Prajñāpāramitā Rangtongpa

Śākyamuni's 3 Revolutions

3.jpg Dharma Wheel

With the sustaining of a tradition, there is the multi-generational task of repeatedly defining and describing what is understood to be most real (or unreal).

Then, every once in a while, a great commentator comes along and creatively re-describes what their tradition has deemed of utmost importance. This interplay between a doctrine and its history ― a source and the interpretation of it ― has had a tremendous impact on defining philosophical discourse in Tibet.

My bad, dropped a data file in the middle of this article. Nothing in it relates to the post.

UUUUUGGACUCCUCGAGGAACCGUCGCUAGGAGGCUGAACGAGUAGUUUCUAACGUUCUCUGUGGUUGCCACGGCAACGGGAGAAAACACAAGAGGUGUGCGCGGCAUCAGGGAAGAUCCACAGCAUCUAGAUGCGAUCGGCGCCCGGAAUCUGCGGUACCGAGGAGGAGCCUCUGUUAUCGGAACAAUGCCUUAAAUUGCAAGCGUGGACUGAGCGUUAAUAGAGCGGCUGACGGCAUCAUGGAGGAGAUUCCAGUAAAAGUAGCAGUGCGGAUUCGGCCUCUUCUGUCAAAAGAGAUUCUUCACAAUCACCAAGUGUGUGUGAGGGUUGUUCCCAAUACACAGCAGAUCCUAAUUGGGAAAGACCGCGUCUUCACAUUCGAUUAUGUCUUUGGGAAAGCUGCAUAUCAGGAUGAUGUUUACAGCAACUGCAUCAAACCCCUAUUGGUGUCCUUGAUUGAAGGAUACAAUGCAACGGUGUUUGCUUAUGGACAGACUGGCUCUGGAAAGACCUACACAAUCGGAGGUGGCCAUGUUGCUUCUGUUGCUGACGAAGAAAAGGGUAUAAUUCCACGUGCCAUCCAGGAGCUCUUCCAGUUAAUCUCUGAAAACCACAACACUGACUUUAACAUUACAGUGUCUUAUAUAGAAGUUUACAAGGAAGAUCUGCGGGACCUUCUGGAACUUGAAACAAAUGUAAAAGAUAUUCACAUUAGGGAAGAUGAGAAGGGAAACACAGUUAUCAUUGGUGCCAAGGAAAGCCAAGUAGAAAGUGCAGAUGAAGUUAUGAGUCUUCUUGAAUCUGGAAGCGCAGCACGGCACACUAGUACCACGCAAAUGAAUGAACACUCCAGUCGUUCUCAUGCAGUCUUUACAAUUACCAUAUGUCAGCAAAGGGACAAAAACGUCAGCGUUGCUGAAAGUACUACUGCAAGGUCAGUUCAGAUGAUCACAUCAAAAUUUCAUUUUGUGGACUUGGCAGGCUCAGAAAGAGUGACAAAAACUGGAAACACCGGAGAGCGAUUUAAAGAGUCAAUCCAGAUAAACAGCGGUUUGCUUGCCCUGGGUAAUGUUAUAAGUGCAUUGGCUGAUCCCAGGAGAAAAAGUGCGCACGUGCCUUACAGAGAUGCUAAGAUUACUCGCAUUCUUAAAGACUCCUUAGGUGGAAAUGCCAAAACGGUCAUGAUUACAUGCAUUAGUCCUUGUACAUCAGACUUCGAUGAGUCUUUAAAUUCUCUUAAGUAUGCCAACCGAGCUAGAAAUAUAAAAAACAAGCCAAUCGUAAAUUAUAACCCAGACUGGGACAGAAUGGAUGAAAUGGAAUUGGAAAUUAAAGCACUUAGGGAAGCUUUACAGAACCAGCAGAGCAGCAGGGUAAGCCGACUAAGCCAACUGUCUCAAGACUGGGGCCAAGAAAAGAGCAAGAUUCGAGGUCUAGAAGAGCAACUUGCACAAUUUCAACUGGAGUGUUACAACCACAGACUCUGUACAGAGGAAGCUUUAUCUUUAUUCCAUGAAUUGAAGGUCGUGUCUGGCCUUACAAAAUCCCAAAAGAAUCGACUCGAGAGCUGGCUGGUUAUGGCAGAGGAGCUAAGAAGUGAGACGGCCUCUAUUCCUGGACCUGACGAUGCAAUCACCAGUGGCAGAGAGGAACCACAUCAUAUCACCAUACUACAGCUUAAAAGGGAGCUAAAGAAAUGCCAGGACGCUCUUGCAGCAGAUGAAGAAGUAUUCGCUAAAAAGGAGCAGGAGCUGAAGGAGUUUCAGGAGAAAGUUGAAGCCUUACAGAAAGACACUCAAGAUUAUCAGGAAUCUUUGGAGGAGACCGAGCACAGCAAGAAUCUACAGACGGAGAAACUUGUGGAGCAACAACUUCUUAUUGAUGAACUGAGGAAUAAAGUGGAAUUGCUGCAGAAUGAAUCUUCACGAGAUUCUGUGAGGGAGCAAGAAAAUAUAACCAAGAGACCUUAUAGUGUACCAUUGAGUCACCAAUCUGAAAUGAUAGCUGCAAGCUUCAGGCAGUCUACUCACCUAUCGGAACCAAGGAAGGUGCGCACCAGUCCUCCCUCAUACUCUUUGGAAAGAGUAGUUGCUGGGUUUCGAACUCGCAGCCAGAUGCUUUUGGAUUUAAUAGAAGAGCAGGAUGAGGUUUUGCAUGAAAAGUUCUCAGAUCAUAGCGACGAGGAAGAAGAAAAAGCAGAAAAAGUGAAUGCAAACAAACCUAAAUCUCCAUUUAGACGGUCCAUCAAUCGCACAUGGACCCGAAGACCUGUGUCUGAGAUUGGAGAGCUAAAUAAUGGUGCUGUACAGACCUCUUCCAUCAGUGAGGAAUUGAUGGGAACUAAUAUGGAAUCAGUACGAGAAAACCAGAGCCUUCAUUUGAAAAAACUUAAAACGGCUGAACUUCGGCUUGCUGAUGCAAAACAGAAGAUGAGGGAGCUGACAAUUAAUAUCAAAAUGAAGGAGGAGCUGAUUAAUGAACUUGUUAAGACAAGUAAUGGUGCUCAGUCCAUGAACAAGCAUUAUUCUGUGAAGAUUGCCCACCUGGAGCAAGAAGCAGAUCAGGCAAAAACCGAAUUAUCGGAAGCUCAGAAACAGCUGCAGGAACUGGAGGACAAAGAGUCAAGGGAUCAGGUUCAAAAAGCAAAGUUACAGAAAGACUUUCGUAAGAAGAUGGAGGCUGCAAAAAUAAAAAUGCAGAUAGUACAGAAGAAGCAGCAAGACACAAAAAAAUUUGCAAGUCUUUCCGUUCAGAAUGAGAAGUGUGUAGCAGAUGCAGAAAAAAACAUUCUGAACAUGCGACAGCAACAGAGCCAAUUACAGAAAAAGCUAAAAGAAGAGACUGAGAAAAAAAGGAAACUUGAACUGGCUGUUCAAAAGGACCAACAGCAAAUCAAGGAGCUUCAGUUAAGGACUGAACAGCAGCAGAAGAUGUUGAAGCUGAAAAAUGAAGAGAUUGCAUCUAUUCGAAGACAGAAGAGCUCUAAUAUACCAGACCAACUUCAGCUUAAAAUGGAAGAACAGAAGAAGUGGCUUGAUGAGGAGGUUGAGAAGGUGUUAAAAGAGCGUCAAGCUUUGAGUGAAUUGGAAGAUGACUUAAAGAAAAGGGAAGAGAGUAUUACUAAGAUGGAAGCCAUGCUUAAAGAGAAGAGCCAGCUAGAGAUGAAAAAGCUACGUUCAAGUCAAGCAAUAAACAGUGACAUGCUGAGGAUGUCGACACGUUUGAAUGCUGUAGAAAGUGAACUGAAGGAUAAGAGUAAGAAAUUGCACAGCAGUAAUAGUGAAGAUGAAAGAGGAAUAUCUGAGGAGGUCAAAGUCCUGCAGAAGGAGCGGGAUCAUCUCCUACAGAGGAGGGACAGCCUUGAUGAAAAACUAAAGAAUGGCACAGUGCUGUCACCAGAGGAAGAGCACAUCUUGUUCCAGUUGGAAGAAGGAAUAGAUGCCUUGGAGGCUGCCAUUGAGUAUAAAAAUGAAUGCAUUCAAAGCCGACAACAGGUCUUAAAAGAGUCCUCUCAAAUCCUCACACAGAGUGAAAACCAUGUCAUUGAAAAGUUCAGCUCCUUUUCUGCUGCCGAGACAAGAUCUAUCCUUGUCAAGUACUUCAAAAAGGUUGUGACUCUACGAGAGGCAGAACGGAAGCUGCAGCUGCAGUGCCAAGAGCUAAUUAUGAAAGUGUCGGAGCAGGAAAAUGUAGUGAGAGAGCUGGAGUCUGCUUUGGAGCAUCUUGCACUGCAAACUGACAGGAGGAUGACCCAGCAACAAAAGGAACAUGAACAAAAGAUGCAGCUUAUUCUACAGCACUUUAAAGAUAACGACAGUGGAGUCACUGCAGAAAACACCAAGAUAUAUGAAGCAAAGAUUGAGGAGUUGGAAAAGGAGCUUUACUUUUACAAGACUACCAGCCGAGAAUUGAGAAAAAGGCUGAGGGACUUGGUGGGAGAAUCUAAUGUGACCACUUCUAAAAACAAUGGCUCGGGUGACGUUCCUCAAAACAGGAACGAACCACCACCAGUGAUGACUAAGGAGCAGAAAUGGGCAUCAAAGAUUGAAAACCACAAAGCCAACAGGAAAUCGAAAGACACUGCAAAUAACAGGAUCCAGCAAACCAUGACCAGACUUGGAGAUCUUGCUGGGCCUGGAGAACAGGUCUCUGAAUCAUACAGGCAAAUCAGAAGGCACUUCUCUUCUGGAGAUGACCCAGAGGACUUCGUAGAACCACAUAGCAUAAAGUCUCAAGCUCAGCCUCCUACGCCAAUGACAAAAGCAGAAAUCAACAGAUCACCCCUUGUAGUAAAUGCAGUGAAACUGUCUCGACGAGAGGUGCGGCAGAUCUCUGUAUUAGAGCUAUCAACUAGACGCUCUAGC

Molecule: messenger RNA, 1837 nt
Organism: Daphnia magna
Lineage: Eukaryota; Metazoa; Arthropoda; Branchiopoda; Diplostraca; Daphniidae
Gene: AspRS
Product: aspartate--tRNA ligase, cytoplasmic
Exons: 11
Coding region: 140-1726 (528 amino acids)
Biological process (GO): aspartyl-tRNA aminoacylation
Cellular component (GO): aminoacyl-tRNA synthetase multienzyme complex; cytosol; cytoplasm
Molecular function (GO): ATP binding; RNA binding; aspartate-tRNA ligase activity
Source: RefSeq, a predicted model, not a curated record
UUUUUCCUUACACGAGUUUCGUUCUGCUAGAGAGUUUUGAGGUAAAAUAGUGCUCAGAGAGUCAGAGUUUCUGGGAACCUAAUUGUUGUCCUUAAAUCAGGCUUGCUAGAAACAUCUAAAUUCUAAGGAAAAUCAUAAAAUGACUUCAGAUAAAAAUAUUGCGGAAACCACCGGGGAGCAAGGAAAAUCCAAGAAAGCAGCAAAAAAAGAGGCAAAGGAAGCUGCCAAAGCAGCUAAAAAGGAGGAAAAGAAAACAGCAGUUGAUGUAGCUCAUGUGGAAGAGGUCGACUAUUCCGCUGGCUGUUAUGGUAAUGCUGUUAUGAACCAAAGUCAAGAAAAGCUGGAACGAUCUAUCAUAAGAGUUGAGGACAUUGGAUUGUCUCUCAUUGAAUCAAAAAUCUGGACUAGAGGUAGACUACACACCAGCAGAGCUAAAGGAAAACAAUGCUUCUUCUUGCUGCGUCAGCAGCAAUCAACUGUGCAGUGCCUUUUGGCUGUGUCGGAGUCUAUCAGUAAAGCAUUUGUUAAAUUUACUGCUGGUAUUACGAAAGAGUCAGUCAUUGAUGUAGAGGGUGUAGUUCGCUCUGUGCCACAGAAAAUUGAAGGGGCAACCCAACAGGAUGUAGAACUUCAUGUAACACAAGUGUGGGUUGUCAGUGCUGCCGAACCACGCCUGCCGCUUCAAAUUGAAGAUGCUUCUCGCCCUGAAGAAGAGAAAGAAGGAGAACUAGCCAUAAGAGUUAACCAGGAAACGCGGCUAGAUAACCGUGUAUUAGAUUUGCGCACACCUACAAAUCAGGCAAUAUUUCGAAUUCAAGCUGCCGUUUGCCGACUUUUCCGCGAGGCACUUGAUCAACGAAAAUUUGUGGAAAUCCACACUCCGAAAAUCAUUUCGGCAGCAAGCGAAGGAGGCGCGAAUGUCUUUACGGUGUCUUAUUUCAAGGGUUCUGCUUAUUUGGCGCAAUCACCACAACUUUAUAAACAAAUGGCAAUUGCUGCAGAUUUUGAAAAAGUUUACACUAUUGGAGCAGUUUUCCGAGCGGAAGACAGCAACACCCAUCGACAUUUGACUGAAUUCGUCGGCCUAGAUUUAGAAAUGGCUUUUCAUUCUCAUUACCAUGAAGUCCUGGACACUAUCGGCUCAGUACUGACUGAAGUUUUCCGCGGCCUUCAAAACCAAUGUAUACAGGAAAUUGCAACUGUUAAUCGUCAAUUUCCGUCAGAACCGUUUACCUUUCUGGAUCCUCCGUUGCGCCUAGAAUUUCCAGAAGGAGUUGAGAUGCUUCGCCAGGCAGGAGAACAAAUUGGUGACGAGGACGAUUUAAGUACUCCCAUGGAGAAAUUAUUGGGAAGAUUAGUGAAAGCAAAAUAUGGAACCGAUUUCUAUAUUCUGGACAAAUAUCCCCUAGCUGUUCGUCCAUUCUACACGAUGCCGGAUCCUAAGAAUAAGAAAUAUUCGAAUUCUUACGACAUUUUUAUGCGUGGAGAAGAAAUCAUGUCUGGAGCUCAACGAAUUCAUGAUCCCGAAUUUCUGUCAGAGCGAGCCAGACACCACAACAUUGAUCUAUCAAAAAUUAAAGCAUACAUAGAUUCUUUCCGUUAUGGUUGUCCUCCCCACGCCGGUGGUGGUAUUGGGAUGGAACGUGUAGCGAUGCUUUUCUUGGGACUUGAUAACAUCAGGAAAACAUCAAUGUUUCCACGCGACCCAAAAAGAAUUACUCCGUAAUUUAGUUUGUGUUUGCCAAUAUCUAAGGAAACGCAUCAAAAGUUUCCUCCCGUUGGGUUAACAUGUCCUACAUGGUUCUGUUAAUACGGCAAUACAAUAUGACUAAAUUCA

Within Mahāyāna literature, the teachings of the historical Buddha Śākyamuni are categorized according to three distinct sets of sūtra discourses. [1] These sets of teachings are not determined by location or by the timing of their delivery but rather by their content and their intended audience. Utilizing the early Buddhist metaphor of a “dharma wheel,” each set is described as a "turning," "cycle," or perhaps more accurately as a "revolution."